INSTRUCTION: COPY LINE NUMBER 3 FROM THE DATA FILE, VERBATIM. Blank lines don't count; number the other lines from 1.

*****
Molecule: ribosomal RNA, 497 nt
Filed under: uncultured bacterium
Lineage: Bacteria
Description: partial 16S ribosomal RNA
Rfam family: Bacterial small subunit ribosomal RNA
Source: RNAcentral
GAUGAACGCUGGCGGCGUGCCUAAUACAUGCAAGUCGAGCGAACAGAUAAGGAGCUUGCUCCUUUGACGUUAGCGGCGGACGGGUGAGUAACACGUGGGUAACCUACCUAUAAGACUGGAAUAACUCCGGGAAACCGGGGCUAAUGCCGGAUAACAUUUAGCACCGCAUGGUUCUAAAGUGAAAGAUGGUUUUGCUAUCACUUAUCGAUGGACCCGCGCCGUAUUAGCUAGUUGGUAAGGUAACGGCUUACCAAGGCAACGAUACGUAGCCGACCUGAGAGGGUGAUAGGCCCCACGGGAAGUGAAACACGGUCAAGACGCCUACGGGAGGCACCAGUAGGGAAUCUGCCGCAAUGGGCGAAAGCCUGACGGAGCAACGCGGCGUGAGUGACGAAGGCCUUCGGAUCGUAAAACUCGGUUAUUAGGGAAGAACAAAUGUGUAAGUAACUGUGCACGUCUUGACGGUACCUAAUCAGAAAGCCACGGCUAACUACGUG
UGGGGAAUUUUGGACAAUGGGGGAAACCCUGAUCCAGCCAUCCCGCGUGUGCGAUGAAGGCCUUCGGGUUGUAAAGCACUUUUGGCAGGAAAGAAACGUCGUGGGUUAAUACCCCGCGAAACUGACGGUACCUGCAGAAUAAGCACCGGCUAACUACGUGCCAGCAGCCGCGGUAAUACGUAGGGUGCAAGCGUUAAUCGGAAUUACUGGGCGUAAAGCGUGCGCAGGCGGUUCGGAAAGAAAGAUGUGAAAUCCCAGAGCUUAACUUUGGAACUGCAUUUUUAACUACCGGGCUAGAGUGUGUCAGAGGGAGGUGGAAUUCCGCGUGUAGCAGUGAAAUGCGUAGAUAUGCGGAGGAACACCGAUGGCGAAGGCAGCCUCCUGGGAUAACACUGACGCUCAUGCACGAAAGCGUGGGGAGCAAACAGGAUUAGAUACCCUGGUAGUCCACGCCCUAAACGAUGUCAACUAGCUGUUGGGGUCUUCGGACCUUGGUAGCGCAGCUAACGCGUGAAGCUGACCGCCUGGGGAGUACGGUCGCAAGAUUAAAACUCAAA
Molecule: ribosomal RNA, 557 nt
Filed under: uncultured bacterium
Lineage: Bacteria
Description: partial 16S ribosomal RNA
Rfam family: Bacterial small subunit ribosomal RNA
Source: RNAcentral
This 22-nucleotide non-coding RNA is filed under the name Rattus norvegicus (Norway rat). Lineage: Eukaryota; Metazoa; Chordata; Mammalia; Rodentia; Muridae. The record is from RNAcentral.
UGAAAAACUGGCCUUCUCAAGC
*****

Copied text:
Lineage: Bacteria